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The Financial Choice Act, a Republican-designed bill that delivers on the long-held promise to dismantle major parts of the Dodd-Frank financial reform law passed in 2010, including gutting the successful Consumer Financial Protection Bureau (CFPB), won passage Thursday along a nearly party line vote, 233-186.

House Financial Services Chairman Jeb Hensarling said, “Every promise of Dodd-Frank has been broken. We will replace economic stagnation with a growing healthy economy.”

On a call Friday morning with reporters, three opponents of the bill detailed how it will harm consumers in Ohio and across the nation.

Wrong Choice

U.S. Rep. Joyce Beatty, D-OH-3, a Member of the House Financial Services Committee, renamed the bill the “Wrong Choice” bill, arguing the bill will “put consumers, investors and the entire financial system at risk.”

Beatty, whose district lies in central Ohio, spouted performance facts focused on a key target of Hensarling’s caucus, the Consumer Financial Protection Bureau, led by former Ohio Attorney General Richard Cordray.

The agency promotes itself as “a U.S. government agency that makes sure banks, lenders, and other financial companies treat you fairly.”

Included in its list of accomplishments, some of which Beatty noted on the call, is $11.8 billion in relief to consumers from enforcement actions, 29 million and more consumers received relief from the bureau’s actions, and 1.1 million-plus consumer complaints handled with 97 percent of consumers receiving timely replies from companies who received those complaints.

Beatty said she anticipates the bill will be “dead on arrival” in the U.S. Senate, where CFPB advocates like Ohio senior U.S. Sen. Sherrod Brown will do their best to kill it or reform it so much that it won’t resemble the House bill passed yesterday.

Beatty said that at least 200 groups came forward to oppose the bill.

“We have to stand up for American people,” she said, joining two other speakers in criticizing the bill for eliminating protections put in place to prevent the predatory mortgage lending practices that led to the housing crisis.

Brian Simmonds Marshall, policy counsel for Americans for Financial Reform, said the bill will prevent regulators from doing their jobs by creating “a system built to fail.” Marshall noted that GOP-backed bill will eliminate supervisory examinations of banks by CFPB along with stopping efforts to counter defective, abusive and unfair acts and practices.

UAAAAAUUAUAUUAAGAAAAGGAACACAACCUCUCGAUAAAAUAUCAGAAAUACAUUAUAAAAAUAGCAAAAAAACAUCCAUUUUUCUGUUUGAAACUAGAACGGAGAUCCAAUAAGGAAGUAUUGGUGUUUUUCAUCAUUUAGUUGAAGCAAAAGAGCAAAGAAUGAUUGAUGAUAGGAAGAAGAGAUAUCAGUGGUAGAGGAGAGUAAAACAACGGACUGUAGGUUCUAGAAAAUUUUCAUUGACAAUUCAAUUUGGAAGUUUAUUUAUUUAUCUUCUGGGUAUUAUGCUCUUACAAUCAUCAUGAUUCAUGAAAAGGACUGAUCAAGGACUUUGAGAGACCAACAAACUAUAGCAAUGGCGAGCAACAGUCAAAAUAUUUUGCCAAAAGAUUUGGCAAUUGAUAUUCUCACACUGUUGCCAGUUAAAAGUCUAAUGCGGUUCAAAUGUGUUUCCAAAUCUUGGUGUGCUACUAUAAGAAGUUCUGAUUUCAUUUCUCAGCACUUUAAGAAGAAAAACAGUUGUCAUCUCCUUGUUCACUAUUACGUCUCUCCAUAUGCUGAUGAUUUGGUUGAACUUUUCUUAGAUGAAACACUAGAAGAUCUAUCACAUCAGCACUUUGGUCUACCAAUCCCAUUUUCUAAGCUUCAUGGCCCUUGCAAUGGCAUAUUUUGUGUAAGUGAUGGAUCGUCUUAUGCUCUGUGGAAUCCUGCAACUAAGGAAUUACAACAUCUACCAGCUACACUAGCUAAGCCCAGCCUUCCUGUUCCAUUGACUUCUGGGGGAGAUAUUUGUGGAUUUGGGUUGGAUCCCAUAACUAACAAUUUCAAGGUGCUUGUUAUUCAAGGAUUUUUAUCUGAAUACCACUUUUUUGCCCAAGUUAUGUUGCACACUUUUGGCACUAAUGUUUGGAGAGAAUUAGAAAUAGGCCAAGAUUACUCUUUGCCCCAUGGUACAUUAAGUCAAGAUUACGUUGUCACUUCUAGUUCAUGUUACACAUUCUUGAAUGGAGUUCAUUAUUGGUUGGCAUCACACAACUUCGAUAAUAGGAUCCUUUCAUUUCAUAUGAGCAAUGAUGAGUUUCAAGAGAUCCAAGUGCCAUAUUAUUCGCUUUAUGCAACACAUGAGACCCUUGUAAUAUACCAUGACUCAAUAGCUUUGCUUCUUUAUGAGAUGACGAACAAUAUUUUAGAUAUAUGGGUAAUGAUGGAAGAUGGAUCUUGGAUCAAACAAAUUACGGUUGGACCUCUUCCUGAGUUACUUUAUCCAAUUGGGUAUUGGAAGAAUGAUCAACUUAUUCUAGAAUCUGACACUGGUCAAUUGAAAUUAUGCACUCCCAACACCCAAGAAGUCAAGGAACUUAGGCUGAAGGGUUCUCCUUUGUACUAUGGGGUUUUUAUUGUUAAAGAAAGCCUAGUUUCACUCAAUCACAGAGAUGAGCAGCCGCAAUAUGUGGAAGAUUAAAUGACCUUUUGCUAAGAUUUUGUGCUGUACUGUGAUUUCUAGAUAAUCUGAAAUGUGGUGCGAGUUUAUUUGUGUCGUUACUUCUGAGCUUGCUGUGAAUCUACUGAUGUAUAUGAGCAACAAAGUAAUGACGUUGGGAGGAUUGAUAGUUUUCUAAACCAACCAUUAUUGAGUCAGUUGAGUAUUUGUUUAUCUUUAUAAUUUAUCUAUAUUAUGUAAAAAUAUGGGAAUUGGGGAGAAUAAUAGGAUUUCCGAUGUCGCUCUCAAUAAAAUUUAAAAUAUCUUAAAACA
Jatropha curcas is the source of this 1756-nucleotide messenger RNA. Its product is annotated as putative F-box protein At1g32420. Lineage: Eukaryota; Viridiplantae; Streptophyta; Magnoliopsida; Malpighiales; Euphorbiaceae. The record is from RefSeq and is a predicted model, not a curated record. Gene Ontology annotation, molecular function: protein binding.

Enforcement actions will now be split among multiple regulators, which he said will become a “three-legged race” to enforce appropriate laws. Payday lenders, whose storefronts in Ohio outnumber the total of all Wendy’s, McDonald’s and Burger Kings, will again be free to harm consumers. Under the bill passed, the CFPB will become the only bank regulator that reports directly to White House.

Kalitha Williams, policy liaison for Policy Matters Ohio, a progressive economic think-tank based in Cleveland, said the bill will become harmful to the financially vulnerable.

She noted that the most expensive payday loans in the nation can be found in Ohio, where interests rates can balloon to almost 800 percent. Williams said that about a half-billion dollars are “drained from Ohioans in fees paid to payday lenders,” making them more profitable than ever before.”

What does the “Financial Choice Bill” actually do? Read the changes:

  • Repeal Volcker Rule restrictions on certain speculative investments by banks;
  • With respect to winding down failing banks, eliminate the Federal Deposit Insurance Corporation’s orderly liquidation authority and establish new provisions regarding financial institution bankruptcy;
  • Repeals Durbin Amendment limitations on fees that may be charged to retailers for debit card processing;
  • Certain banks may exempt themselves from specified regulatory standards if they maintain a certain ratio of capital to total assets and meet other specified requirements.

The bill removes the Financial Stability Oversight Council’s authority to designate non-bank financial institutions and financial market utilities as “systemically important” (also known as “too big to fail”).

Under current law, entities so designated are subject to additional regulatory restrictions. Designations made previously are retroactively repealed.

The bill also amends the Consumer Financial Protection Act of 2010 to:

  • Convert the Consumer Financial Protection Bureau into a consumer law enforcement agency;
  • Subject the agency to the congressional appropriations process, expanded judicial review, and additional congressional oversight;
  • Eliminate supervisory authority over financial institutions;
  • Limit the agency’s authority to take action against entities for abusive practices.
  • Modify provisions related to the Securities and Exchange Commission’s managerial structure and enforcement authority;
  • Eliminate the Office of Financial Research within the U.S. Department of the Treasury; and revise provisions related to capital formation, insurance regulation, civil penalties for securities laws violations, and community financial institutions.